At some point, your dog will almost certainly meet another dog. It might be because you’re welcoming a second pup to your family, or simply because you’re passing another canine during a walk. In either case, you’ll want to know how to introduce two dogs properly so that everything goes smoothly. An experienced Lawrence area of Indianapolis vet shares a few guidelines below.
Rule number one: take it slow. Putting two dogs together and simply hoping for the best is not a good idea—in fact, this approach could result in fighting, injury, or worse. Let the two pups see each other from a distance first, and allow them to approach each other slowly.
You should always try to keep both dogs on leashes during initial introductions. This is essential for maintaining control. If you’re introducing two dogs in a controlled environment, have someone else hold one dog’s leash while you hold the other. You won’t have the proper control if you attempt to hold both leashes at the same time.
The body language of your canine companions is the best indicator of how well the first introduction is going. Paying attention to this can tell you whether the two should continue greeting each other or if you should separate them and try again later.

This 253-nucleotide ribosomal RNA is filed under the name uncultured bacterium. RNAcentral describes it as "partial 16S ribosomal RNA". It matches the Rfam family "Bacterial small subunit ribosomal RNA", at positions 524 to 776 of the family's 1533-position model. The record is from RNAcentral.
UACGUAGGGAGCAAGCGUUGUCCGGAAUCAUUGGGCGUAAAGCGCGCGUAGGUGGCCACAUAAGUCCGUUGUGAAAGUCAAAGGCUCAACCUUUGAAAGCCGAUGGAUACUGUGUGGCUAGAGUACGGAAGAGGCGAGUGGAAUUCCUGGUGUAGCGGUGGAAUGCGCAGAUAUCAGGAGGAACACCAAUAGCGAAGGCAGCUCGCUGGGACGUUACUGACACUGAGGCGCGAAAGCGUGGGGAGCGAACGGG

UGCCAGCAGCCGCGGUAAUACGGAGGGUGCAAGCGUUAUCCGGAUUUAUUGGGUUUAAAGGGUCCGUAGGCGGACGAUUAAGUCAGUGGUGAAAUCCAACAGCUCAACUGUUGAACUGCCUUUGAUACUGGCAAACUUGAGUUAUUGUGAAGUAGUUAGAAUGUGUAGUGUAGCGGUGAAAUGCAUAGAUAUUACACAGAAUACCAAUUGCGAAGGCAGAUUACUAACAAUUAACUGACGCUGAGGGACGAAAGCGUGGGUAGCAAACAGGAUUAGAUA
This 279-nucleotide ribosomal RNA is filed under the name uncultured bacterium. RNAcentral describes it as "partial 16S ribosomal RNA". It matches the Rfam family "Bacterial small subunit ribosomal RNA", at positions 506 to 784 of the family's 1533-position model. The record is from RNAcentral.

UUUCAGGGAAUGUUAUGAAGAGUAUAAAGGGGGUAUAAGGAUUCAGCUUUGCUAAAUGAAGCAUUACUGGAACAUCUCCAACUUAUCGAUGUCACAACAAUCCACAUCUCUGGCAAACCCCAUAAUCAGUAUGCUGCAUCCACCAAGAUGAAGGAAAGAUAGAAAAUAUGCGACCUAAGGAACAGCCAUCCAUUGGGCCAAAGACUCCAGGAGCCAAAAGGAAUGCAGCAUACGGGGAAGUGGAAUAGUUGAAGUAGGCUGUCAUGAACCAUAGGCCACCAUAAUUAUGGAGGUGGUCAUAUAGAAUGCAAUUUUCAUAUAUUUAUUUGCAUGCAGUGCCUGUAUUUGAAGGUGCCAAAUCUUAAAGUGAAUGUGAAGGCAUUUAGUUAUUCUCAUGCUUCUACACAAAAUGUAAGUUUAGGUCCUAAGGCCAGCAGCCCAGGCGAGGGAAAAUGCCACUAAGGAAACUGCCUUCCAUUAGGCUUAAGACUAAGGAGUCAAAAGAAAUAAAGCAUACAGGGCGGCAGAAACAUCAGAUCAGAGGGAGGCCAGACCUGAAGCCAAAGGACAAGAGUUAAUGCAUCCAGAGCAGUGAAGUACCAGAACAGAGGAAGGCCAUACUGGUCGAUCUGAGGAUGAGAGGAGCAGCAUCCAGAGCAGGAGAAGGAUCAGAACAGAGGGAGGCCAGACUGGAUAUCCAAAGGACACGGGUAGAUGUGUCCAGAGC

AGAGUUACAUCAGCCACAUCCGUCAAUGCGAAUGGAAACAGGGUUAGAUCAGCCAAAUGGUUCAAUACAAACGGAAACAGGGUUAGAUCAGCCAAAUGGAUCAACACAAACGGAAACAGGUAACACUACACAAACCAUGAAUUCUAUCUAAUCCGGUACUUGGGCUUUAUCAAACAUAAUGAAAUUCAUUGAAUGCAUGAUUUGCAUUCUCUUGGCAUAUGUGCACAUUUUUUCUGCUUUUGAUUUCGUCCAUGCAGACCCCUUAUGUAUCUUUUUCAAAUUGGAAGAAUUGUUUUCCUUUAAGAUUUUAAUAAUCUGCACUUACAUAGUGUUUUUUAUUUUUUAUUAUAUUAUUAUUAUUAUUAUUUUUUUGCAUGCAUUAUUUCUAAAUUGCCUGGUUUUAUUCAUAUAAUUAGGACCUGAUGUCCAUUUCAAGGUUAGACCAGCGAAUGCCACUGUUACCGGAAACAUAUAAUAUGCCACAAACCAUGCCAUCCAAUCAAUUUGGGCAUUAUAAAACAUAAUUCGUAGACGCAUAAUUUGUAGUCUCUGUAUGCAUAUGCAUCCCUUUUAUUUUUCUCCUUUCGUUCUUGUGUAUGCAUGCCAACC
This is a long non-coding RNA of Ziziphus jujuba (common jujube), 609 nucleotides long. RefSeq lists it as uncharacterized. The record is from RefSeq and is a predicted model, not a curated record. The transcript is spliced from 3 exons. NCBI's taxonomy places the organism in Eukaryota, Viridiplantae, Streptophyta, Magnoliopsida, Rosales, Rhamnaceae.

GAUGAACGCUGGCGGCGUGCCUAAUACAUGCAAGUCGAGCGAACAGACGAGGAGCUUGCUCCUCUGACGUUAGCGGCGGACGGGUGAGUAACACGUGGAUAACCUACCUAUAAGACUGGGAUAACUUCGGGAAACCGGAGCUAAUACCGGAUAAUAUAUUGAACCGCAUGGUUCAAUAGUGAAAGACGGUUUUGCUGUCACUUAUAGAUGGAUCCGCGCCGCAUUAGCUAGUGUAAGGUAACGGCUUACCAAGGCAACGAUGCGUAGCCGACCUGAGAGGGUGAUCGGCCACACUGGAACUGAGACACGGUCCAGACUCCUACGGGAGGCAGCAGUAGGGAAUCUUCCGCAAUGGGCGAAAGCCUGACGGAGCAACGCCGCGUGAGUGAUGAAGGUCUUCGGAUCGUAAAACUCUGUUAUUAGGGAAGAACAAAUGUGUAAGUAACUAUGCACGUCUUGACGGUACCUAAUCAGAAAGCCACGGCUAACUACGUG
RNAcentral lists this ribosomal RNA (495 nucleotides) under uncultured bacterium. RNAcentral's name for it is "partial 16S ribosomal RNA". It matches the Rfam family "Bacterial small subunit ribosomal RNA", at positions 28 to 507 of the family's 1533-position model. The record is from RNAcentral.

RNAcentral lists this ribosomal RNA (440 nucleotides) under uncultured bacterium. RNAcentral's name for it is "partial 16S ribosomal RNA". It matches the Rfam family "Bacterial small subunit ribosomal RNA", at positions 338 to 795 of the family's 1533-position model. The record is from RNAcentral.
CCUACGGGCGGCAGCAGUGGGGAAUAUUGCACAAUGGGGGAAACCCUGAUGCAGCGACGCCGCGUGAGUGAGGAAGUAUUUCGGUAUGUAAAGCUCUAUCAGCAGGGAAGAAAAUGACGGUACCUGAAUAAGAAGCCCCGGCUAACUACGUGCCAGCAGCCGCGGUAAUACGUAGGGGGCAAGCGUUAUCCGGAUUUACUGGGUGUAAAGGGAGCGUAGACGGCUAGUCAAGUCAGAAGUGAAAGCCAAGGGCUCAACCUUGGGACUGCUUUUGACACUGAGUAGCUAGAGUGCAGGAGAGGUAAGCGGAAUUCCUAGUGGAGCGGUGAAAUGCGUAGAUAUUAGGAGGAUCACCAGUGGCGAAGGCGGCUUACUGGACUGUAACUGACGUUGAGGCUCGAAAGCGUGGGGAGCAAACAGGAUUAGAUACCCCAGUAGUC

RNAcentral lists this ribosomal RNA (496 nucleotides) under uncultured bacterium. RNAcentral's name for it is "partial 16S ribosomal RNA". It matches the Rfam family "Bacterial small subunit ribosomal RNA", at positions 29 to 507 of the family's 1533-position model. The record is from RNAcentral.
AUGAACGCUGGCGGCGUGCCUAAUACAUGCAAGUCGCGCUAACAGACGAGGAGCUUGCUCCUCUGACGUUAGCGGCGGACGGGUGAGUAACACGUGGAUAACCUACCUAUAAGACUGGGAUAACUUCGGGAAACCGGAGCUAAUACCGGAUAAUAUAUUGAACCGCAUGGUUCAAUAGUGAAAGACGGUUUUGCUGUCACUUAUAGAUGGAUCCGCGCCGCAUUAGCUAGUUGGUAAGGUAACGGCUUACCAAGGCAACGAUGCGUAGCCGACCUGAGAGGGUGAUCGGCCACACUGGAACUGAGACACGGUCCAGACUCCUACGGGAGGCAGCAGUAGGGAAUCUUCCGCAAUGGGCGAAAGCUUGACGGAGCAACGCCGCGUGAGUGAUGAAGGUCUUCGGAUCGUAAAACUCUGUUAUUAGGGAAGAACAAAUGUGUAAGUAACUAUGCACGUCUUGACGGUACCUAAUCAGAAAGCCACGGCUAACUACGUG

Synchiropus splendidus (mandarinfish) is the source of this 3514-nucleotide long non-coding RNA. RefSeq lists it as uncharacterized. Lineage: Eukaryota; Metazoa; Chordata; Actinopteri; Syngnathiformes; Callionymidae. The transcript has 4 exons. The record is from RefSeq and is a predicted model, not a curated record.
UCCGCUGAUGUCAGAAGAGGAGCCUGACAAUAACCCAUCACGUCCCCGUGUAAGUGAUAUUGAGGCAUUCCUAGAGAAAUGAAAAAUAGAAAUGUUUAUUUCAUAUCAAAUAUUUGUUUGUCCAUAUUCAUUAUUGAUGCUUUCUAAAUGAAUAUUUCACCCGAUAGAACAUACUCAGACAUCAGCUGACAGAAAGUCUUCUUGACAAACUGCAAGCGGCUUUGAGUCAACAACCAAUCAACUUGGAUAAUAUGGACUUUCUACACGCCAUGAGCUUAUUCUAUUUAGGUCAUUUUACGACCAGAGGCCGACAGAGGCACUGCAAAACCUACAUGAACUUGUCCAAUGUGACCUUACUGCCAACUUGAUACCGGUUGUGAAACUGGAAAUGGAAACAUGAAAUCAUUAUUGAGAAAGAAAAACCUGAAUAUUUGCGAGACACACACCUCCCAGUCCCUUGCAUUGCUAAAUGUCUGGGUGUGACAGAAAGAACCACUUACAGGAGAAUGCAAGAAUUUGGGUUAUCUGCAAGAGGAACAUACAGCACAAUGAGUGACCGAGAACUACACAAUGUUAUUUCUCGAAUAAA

Signs of a positive first meeting include a relaxed body and facial expressions, tail wagging, and play bows (when a dog puts their front end down and the hindquarters up, indicating a desire to play). Conversely, if you notice tense body language, like tails tucked between the legs, or growling or snarling, you’ll want to separate the dogs for now.
If you’re bringing home a second dog, make sure each pet has their own sleeping and eating areas. Each dog should also be given some alone time every day during the first few weeks. This is because two dogs who spend too much time together can become overstimulated and start exhibiting aggression and other bad behaviors.
When your pup meets an unfamiliar dog on the street, take things slow and maintain control over the leash at all times. If the meeting doesn’t go well, simply thank the other pet owner and move on.
Ask your Lawrence area of Indianapolis veterinarian for help with dog training and socialization. We’re here for you!